Polish Archaeology in the Mediterranean — 16.2004(2005)

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NAQLUN

EGYPT

TEXTILES FROM NAQLUN, 2004

Barbara Czaja-Szewczak

Fieldwork in 2004 concentrated on the gra-
ves found in Cemetery A and within the
boundaries of Building G. Textiles were also
found in the few tombs explored this year in
cemetery C. All the finds were cleaned and
disinfected with biocidal agents, straight-
CEMETERY A
Graves explored in sections AS.l and AS.2
of the main cemetery on Kom A yielded
most of the over 190 textile fragments dis-
covered this season. Making up this number
were textiles of typically burial nature —
coffin shrouds, inner burial shrouds, pil-
lows, burial tunics — and those used in life,
like the everyday tunics, trousers, shawls,
scarves, caps and cloth belts.
Three groups of textiles can be distin-
guished by state of preservation: practically
intact pieces displaying the full dimensions,
fragmentary pieces of known function but
incomplete, and small fragments of textiles
of indistinct function.
Most of the textiles were made of linen
with ornaments executed mostly in silk. Bal-
anced tabby weave was the most frequent
technique, tapestry weave being also com-
monly encountered. The decoration on the
burial shrouds was mostly embroidered
[Fig. 2]. Raised brocade patterns were ob-
served on the decorated tunics of everyday
use [Fig. 3).

ened and dried. They were provisionally
protected with acid-free paper, tissue and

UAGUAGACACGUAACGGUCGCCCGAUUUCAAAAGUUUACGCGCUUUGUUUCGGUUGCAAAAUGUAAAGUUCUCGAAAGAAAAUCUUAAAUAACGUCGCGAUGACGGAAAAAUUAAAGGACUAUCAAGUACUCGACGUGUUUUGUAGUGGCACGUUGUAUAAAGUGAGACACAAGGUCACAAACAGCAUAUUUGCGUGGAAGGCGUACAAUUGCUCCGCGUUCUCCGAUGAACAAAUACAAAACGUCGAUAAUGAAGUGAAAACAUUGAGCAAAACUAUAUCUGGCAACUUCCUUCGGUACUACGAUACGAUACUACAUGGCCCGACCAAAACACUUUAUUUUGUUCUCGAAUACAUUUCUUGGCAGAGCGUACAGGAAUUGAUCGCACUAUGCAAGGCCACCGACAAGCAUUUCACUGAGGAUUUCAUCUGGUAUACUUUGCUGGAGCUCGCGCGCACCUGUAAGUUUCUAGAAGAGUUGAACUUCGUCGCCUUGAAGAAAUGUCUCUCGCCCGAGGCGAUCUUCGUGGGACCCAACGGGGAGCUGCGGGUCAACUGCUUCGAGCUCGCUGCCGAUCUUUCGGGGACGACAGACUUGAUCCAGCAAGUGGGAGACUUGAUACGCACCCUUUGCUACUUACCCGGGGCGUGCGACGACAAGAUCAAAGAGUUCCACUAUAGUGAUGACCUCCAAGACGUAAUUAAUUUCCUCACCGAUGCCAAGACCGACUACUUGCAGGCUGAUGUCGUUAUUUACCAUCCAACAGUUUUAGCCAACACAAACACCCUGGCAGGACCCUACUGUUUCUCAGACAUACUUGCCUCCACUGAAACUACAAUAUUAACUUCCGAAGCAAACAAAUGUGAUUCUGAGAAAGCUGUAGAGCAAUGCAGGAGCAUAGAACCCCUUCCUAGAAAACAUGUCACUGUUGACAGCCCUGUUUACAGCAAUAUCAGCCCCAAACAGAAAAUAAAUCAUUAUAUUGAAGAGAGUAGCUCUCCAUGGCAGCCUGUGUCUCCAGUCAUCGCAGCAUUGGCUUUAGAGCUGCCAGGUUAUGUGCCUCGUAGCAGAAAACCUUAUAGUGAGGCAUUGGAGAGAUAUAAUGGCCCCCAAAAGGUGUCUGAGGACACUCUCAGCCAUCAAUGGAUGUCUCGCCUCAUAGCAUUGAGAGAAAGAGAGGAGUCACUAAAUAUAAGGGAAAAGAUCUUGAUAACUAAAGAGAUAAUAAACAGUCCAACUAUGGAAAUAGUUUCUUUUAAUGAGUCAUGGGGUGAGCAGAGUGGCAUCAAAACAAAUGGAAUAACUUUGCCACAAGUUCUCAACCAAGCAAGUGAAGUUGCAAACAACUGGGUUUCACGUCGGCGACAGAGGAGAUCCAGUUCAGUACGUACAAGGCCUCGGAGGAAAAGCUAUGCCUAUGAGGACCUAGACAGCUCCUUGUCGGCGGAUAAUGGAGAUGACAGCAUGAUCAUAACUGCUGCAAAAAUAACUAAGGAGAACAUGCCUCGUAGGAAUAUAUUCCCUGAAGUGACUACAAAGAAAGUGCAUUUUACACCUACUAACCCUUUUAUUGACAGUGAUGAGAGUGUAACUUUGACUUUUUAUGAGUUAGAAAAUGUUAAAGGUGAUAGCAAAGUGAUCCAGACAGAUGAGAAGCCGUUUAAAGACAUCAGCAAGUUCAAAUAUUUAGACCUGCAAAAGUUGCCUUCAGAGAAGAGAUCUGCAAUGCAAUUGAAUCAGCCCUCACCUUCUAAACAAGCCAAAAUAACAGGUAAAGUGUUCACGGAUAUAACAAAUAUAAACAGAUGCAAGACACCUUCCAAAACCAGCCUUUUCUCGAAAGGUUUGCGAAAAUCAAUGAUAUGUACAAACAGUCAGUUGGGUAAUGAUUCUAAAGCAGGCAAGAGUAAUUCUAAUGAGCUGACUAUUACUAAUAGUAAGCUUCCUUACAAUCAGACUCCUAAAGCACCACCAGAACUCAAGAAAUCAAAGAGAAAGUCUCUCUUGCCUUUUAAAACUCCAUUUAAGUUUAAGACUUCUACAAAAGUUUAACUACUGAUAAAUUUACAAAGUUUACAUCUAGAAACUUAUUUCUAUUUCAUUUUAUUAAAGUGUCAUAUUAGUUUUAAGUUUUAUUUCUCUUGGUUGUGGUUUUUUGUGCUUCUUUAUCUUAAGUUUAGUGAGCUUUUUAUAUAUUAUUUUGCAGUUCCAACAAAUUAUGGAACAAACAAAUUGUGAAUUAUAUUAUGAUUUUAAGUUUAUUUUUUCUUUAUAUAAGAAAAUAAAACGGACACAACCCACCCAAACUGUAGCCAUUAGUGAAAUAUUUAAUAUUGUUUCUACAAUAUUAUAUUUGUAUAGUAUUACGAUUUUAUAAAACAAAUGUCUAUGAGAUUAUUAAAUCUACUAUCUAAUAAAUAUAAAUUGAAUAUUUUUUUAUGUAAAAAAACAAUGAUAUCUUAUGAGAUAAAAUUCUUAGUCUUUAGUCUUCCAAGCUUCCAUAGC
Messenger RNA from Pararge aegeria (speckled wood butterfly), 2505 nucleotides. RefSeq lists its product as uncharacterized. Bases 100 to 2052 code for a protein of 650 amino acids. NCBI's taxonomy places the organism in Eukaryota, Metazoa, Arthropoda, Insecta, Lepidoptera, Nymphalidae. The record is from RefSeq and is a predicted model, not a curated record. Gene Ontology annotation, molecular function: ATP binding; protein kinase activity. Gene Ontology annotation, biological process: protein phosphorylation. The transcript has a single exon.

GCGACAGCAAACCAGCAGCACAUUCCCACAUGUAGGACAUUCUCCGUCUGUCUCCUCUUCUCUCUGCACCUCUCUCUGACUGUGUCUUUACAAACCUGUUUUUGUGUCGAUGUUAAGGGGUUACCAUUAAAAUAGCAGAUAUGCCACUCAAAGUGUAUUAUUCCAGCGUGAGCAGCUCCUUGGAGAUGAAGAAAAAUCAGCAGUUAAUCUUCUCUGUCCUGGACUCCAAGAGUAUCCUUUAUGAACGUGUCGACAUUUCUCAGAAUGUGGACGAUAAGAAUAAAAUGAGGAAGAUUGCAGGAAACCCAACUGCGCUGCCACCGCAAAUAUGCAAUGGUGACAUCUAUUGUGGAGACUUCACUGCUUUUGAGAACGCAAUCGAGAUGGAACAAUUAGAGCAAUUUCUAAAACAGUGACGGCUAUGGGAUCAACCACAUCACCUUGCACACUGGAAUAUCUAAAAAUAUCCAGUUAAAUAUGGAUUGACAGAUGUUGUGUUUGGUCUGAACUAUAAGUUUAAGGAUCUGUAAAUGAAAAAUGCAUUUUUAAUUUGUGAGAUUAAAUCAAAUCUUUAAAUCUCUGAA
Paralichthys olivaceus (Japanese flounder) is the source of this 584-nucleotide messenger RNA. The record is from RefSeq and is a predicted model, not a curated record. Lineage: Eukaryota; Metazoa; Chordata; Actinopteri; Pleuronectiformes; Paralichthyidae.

envelopes. Apart from registration and pro-
tection of current finds, work on the con-
servation of woolen shawl Nd.00-082 was
concluded successfully.
(AS.l AND AS.2)
Most of the tunics, for adults as well as
children, were of tht galabiyah type.1 Child-
ren's tunics repeated designs known al-
ready from previous fieldwork, the sole ex-
ception being tunic Nd.04.028 [Fig. 1}.
Made of linen and silk in plain tabby, it
was decorated with brown silk stripes.
Above the shoulder, at the root of the
sleeve, there is a hemmed opening 12.5 cm
long, through which the arm passed al-
lowing the sleeve to hang loosely at the
side. The armpit part was constructed of
a number of pieces of cloth permitting free
movement of the sleeve also when the arm
was through the shoulder opening.
Silk belt Nd.04.235 from grave T. 371
was plaited with ornamental tassels at-
tached at either end [Fig. 4}. Originally the
belt had been blue, but only residual re-
mains of the color can be seen as a result of
reaction with products of human body de-
composition.
For the first time this year, the material
from the graves in Cemetery A yielded

1 B. Czaja-Szewczak, "Burial Tunics from Naqlun", PAM XIV, Reports 2002 (2003), 177-184.

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